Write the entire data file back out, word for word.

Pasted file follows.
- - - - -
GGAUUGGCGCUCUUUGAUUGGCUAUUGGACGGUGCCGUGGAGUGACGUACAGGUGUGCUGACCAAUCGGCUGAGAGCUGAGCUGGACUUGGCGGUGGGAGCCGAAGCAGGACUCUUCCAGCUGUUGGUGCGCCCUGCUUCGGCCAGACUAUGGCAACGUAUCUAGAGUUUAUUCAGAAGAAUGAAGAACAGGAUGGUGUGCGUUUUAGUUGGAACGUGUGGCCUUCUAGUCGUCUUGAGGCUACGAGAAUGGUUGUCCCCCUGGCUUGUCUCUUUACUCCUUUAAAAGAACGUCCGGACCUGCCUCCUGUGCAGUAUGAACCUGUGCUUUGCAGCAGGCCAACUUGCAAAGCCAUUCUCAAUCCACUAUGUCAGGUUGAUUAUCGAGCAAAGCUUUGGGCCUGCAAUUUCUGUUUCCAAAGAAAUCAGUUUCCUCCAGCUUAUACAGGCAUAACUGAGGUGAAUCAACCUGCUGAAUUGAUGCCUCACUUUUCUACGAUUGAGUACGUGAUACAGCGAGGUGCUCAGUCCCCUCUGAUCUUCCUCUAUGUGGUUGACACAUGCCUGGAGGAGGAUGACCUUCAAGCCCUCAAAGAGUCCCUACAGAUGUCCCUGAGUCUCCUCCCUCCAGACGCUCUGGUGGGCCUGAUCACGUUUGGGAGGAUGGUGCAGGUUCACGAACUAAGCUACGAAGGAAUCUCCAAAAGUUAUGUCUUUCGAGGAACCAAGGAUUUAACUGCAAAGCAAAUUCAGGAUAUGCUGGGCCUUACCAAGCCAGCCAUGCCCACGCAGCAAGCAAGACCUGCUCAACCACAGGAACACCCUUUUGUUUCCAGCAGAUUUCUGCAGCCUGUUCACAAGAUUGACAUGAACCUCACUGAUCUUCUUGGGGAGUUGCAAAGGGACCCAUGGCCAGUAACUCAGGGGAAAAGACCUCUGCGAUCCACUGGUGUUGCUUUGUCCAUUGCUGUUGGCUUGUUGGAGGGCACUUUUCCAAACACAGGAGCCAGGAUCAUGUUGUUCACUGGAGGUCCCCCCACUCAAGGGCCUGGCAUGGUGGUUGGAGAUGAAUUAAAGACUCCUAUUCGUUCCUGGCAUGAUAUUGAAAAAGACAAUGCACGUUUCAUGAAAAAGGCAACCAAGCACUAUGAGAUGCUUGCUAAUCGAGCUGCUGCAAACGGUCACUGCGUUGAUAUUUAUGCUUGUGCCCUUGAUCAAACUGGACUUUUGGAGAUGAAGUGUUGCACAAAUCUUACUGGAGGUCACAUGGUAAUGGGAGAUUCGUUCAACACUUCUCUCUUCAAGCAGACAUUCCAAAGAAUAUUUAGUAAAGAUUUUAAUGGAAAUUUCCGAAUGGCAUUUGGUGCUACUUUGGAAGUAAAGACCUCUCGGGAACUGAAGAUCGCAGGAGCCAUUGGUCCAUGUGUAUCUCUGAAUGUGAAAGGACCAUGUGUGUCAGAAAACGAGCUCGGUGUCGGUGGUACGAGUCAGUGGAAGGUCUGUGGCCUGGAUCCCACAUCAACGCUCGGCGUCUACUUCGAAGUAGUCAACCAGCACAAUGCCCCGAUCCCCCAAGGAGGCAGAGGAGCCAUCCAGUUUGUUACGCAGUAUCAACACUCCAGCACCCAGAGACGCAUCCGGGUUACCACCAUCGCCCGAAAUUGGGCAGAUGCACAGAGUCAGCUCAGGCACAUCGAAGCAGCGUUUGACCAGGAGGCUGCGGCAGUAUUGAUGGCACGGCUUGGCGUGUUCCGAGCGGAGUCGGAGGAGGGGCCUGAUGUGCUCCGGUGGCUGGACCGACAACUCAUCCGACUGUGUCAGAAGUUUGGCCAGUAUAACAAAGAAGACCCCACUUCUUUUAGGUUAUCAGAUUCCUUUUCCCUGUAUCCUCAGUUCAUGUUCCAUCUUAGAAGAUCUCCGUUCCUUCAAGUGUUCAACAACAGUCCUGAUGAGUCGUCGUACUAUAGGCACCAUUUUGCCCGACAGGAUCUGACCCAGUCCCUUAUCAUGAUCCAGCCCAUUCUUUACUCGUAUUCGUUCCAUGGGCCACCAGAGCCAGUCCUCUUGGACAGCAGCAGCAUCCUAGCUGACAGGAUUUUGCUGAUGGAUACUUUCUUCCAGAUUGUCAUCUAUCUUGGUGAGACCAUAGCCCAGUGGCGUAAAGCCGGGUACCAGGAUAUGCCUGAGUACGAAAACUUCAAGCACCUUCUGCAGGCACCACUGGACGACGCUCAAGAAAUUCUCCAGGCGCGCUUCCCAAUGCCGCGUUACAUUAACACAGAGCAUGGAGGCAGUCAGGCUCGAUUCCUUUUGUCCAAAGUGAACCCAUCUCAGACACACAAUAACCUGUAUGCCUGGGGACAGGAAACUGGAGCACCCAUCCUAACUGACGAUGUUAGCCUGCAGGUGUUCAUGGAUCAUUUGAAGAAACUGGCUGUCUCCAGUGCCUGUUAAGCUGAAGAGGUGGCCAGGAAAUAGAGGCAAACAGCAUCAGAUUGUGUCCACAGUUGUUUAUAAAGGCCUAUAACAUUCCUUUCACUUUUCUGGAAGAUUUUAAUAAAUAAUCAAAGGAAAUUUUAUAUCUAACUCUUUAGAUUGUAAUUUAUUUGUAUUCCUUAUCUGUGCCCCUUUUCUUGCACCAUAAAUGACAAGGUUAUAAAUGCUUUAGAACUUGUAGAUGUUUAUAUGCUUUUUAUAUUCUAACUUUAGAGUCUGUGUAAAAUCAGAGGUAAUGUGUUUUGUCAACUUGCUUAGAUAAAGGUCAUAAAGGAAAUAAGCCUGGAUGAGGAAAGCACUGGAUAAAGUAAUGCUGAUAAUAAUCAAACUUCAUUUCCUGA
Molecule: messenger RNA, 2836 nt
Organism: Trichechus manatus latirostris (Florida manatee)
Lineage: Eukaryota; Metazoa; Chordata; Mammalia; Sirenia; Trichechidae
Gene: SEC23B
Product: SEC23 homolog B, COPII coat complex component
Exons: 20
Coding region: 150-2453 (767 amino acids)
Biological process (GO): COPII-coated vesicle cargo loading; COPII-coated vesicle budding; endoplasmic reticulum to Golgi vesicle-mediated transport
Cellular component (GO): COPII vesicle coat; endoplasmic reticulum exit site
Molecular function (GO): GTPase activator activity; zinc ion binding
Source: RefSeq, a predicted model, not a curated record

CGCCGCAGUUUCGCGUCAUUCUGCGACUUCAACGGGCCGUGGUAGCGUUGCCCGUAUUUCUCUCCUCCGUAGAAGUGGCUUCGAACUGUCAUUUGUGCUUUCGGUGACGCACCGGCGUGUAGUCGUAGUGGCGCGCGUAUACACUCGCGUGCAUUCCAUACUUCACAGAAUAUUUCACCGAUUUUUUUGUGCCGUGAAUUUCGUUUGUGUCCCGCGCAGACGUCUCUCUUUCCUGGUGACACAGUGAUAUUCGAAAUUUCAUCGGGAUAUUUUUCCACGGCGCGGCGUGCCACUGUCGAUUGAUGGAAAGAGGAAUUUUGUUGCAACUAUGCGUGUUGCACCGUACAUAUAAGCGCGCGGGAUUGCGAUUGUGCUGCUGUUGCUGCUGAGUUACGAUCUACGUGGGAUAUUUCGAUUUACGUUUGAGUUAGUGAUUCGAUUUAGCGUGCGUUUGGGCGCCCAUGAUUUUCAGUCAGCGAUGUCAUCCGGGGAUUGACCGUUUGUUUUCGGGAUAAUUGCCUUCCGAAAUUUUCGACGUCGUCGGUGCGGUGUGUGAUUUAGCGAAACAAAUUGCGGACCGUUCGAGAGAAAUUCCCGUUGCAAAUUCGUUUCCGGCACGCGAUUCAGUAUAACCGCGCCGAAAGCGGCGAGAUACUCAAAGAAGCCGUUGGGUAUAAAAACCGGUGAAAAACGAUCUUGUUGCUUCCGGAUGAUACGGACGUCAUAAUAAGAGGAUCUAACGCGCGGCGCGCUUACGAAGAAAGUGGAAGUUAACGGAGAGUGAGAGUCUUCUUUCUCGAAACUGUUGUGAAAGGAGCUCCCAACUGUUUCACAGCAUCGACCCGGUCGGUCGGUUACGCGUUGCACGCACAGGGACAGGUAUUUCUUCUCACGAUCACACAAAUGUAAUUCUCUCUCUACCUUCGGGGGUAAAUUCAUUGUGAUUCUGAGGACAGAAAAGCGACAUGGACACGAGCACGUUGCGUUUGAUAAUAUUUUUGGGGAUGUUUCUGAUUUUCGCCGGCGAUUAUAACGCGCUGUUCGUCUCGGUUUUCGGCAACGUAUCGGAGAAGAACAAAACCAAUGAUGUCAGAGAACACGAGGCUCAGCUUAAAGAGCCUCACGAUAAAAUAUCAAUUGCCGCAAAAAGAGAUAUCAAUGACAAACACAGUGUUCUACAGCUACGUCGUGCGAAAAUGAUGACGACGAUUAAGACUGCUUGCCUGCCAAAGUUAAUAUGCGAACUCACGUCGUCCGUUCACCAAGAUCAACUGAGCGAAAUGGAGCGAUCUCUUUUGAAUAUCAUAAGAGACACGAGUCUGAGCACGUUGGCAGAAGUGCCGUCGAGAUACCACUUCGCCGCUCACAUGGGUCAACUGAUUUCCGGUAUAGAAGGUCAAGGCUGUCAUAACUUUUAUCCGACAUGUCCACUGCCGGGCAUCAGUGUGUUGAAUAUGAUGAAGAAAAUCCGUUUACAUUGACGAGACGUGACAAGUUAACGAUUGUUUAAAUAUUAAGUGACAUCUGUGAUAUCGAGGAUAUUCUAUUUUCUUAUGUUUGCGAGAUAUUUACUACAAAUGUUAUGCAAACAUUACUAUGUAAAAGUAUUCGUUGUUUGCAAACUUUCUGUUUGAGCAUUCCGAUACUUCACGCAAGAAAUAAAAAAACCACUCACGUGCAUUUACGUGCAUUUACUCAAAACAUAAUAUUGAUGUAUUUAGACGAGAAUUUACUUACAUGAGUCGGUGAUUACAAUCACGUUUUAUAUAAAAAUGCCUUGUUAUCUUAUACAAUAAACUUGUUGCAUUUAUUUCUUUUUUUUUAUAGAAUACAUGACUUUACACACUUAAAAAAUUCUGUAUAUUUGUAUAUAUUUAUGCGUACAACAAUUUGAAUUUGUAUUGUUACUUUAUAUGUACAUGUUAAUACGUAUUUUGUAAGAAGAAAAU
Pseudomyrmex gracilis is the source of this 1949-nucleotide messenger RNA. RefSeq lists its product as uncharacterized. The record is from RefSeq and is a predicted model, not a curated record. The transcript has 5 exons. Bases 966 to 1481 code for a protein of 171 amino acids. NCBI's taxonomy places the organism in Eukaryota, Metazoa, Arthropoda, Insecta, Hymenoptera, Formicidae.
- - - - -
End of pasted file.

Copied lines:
GGAUUGGCGCUCUUUGAUUGGCUAUUGGACGGUGCCGUGGAGUGACGUACAGGUGUGCUGACCAAUCGGCUGAGAGCUGAGCUGGACUUGGCGGUGGGAGCCGAAGCAGGACUCUUCCAGCUGUUGGUGCGCCCUGCUUCGGCCAGACUAUGGCAACGUAUCUAGAGUUUAUUCAGAAGAAUGAAGAACAGGAUGGUGUGCGUUUUAGUUGGAACGUGUGGCCUUCUAGUCGUCUUGAGGCUACGAGAAUGGUUGUCCCCCUGGCUUGUCUCUUUACUCCUUUAAAAGAACGUCCGGACCUGCCUCCUGUGCAGUAUGAACCUGUGCUUUGCAGCAGGCCAACUUGCAAAGCCAUUCUCAAUCCACUAUGUCAGGUUGAUUAUCGAGCAAAGCUUUGGGCCUGCAAUUUCUGUUUCCAAAGAAAUCAGUUUCCUCCAGCUUAUACAGGCAUAACUGAGGUGAAUCAACCUGCUGAAUUGAUGCCUCACUUUUCUACGAUUGAGUACGUGAUACAGCGAGGUGCUCAGUCCCCUCUGAUCUUCCUCUAUGUGGUUGACACAUGCCUGGAGGAGGAUGACCUUCAAGCCCUCAAAGAGUCCCUACAGAUGUCCCUGAGUCUCCUCCCUCCAGACGCUCUGGUGGGCCUGAUCACGUUUGGGAGGAUGGUGCAGGUUCACGAACUAAGCUACGAAGGAAUCUCCAAAAGUUAUGUCUUUCGAGGAACCAAGGAUUUAACUGCAAAGCAAAUUCAGGAUAUGCUGGGCCUUACCAAGCCAGCCAUGCCCACGCAGCAAGCAAGACCUGCUCAACCACAGGAACACCCUUUUGUUUCCAGCAGAUUUCUGCAGCCUGUUCACAAGAUUGACAUGAACCUCACUGAUCUUCUUGGGGAGUUGCAAAGGGACCCAUGGCCAGUAACUCAGGGGAAAAGACCUCUGCGAUCCACUGGUGUUGCUUUGUCCAUUGCUGUUGGCUUGUUGGAGGGCACUUUUCCAAACACAGGAGCCAGGAUCAUGUUGUUCACUGGAGGUCCCCCCACUCAAGGGCCUGGCAUGGUGGUUGGAGAUGAAUUAAAGACUCCUAUUCGUUCCUGGCAUGAUAUUGAAAAAGACAAUGCACGUUUCAUGAAAAAGGCAACCAAGCACUAUGAGAUGCUUGCUAAUCGAGCUGCUGCAAACGGUCACUGCGUUGAUAUUUAUGCUUGUGCCCUUGAUCAAACUGGACUUUUGGAGAUGAAGUGUUGCACAAAUCUUACUGGAGGUCACAUGGUAAUGGGAGAUUCGUUCAACACUUCUCUCUUCAAGCAGACAUUCCAAAGAAUAUUUAGUAAAGAUUUUAAUGGAAAUUUCCGAAUGGCAUUUGGUGCUACUUUGGAAGUAAAGACCUCUCGGGAACUGAAGAUCGCAGGAGCCAUUGGUCCAUGUGUAUCUCUGAAUGUGAAAGGACCAUGUGUGUCAGAAAACGAGCUCGGUGUCGGUGGUACGAGUCAGUGGAAGGUCUGUGGCCUGGAUCCCACAUCAACGCUCGGCGUCUACUUCGAAGUAGUCAACCAGCACAAUGCCCCGAUCCCCCAAGGAGGCAGAGGAGCCAUCCAGUUUGUUACGCAGUAUCAACACUCCAGCACCCAGAGACGCAUCCGGGUUACCACCAUCGCCCGAAAUUGGGCAGAUGCACAGAGUCAGCUCAGGCACAUCGAAGCAGCGUUUGACCAGGAGGCUGCGGCAGUAUUGAUGGCACGGCUUGGCGUGUUCCGAGCGGAGUCGGAGGAGGGGCCUGAUGUGCUCCGGUGGCUGGACCGACAACUCAUCCGACUGUGUCAGAAGUUUGGCCAGUAUAACAAAGAAGACCCCACUUCUUUUAGGUUAUCAGAUUCCUUUUCCCUGUAUCCUCAGUUCAUGUUCCAUCUUAGAAGAUCUCCGUUCCUUCAAGUGUUCAACAACAGUCCUGAUGAGUCGUCGUACUAUAGGCACCAUUUUGCCCGACAGGAUCUGACCCAGUCCCUUAUCAUGAUCCAGCCCAUUCUUUACUCGUAUUCGUUCCAUGGGCCACCAGAGCCAGUCCUCUUGGACAGCAGCAGCAUCCUAGCUGACAGGAUUUUGCUGAUGGAUACUUUCUUCCAGAUUGUCAUCUAUCUUGGUGAGACCAUAGCCCAGUGGCGUAAAGCCGGGUACCAGGAUAUGCCUGAGUACGAAAACUUCAAGCACCUUCUGCAGGCACCACUGGACGACGCUCAAGAAAUUCUCCAGGCGCGCUUCCCAAUGCCGCGUUACAUUAACACAGAGCAUGGAGGCAGUCAGGCUCGAUUCCUUUUGUCCAAAGUGAACCCAUCUCAGACACACAAUAACCUGUAUGCCUGGGGACAGGAAACUGGAGCACCCAUCCUAACUGACGAUGUUAGCCUGCAGGUGUUCAUGGAUCAUUUGAAGAAACUGGCUGUCUCCAGUGCCUGUUAAGCUGAAGAGGUGGCCAGGAAAUAGAGGCAAACAGCAUCAGAUUGUGUCCACAGUUGUUUAUAAAGGCCUAUAACAUUCCUUUCACUUUUCUGGAAGAUUUUAAUAAAUAAUCAAAGGAAAUUUUAUAUCUAACUCUUUAGAUUGUAAUUUAUUUGUAUUCCUUAUCUGUGCCCCUUUUCUUGCACCAUAAAUGACAAGGUUAUAAAUGCUUUAGAACUUGUAGAUGUUUAUAUGCUUUUUAUAUUCUAACUUUAGAGUCUGUGUAAAAUCAGAGGUAAUGUGUUUUGUCAACUUGCUUAGAUAAAGGUCAUAAAGGAAAUAAGCCUGGAUGAGGAAAGCACUGGAUAAAGUAAUGCUGAUAAUAAUCAAACUUCAUUUCCUGA
Molecule: messenger RNA, 2836 nt
Organism: Trichechus manatus latirostris (Florida manatee)
Lineage: Eukaryota; Metazoa; Chordata; Mammalia; Sirenia; Trichechidae
Gene: SEC23B
Product: SEC23 homolog B, COPII coat complex component
Exons: 20
Coding region: 150-2453 (767 amino acids)
Biological process (GO): COPII-coated vesicle cargo loading; COPII-coated vesicle budding; endoplasmic reticulum to Golgi vesicle-mediated transport
Cellular component (GO): COPII vesicle coat; endoplasmic reticulum exit site
Molecular function (GO): GTPase activator activity; zinc ion binding
Source: RefSeq, a predicted model, not a curated record

CGCCGCAGUUUCGCGUCAUUCUGCGACUUCAACGGGCCGUGGUAGCGUUGCCCGUAUUUCUCUCCUCCGUAGAAGUGGCUUCGAACUGUCAUUUGUGCUUUCGGUGACGCACCGGCGUGUAGUCGUAGUGGCGCGCGUAUACACUCGCGUGCAUUCCAUACUUCACAGAAUAUUUCACCGAUUUUUUUGUGCCGUGAAUUUCGUUUGUGUCCCGCGCAGACGUCUCUCUUUCCUGGUGACACAGUGAUAUUCGAAAUUUCAUCGGGAUAUUUUUCCACGGCGCGGCGUGCCACUGUCGAUUGAUGGAAAGAGGAAUUUUGUUGCAACUAUGCGUGUUGCACCGUACAUAUAAGCGCGCGGGAUUGCGAUUGUGCUGCUGUUGCUGCUGAGUUACGAUCUACGUGGGAUAUUUCGAUUUACGUUUGAGUUAGUGAUUCGAUUUAGCGUGCGUUUGGGCGCCCAUGAUUUUCAGUCAGCGAUGUCAUCCGGGGAUUGACCGUUUGUUUUCGGGAUAAUUGCCUUCCGAAAUUUUCGACGUCGUCGGUGCGGUGUGUGAUUUAGCGAAACAAAUUGCGGACCGUUCGAGAGAAAUUCCCGUUGCAAAUUCGUUUCCGGCACGCGAUUCAGUAUAACCGCGCCGAAAGCGGCGAGAUACUCAAAGAAGCCGUUGGGUAUAAAAACCGGUGAAAAACGAUCUUGUUGCUUCCGGAUGAUACGGACGUCAUAAUAAGAGGAUCUAACGCGCGGCGCGCUUACGAAGAAAGUGGAAGUUAACGGAGAGUGAGAGUCUUCUUUCUCGAAACUGUUGUGAAAGGAGCUCCCAACUGUUUCACAGCAUCGACCCGGUCGGUCGGUUACGCGUUGCACGCACAGGGACAGGUAUUUCUUCUCACGAUCACACAAAUGUAAUUCUCUCUCUACCUUCGGGGGUAAAUUCAUUGUGAUUCUGAGGACAGAAAAGCGACAUGGACACGAGCACGUUGCGUUUGAUAAUAUUUUUGGGGAUGUUUCUGAUUUUCGCCGGCGAUUAUAACGCGCUGUUCGUCUCGGUUUUCGGCAACGUAUCGGAGAAGAACAAAACCAAUGAUGUCAGAGAACACGAGGCUCAGCUUAAAGAGCCUCACGAUAAAAUAUCAAUUGCCGCAAAAAGAGAUAUCAAUGACAAACACAGUGUUCUACAGCUACGUCGUGCGAAAAUGAUGACGACGAUUAAGACUGCUUGCCUGCCAAAGUUAAUAUGCGAACUCACGUCGUCCGUUCACCAAGAUCAACUGAGCGAAAUGGAGCGAUCUCUUUUGAAUAUCAUAAGAGACACGAGUCUGAGCACGUUGGCAGAAGUGCCGUCGAGAUACCACUUCGCCGCUCACAUGGGUCAACUGAUUUCCGGUAUAGAAGGUCAAGGCUGUCAUAACUUUUAUCCGACAUGUCCACUGCCGGGCAUCAGUGUGUUGAAUAUGAUGAAGAAAAUCCGUUUACAUUGACGAGACGUGACAAGUUAACGAUUGUUUAAAUAUUAAGUGACAUCUGUGAUAUCGAGGAUAUUCUAUUUUCUUAUGUUUGCGAGAUAUUUACUACAAAUGUUAUGCAAACAUUACUAUGUAAAAGUAUUCGUUGUUUGCAAACUUUCUGUUUGAGCAUUCCGAUACUUCACGCAAGAAAUAAAAAAACCACUCACGUGCAUUUACGUGCAUUUACUCAAAACAUAAUAUUGAUGUAUUUAGACGAGAAUUUACUUACAUGAGUCGGUGAUUACAAUCACGUUUUAUAUAAAAAUGCCUUGUUAUCUUAUACAAUAAACUUGUUGCAUUUAUUUCUUUUUUUUUAUAGAAUACAUGACUUUACACACUUAAAAAAUUCUGUAUAUUUGUAUAUAUUUAUGCGUACAACAAUUUGAAUUUGUAUUGUUACUUUAUAUGUACAUGUUAAUACGUAUUUUGUAAGAAGAAAAU
Pseudomyrmex gracilis is the source of this 1949-nucleotide messenger RNA. RefSeq lists its product as uncharacterized. The record is from RefSeq and is a predicted model, not a curated record. The transcript has 5 exons. Bases 966 to 1481 code for a protein of 171 amino acids. NCBI's taxonomy places the organism in Eukaryota, Metazoa, Arthropoda, Insecta, Hymenoptera, Formicidae.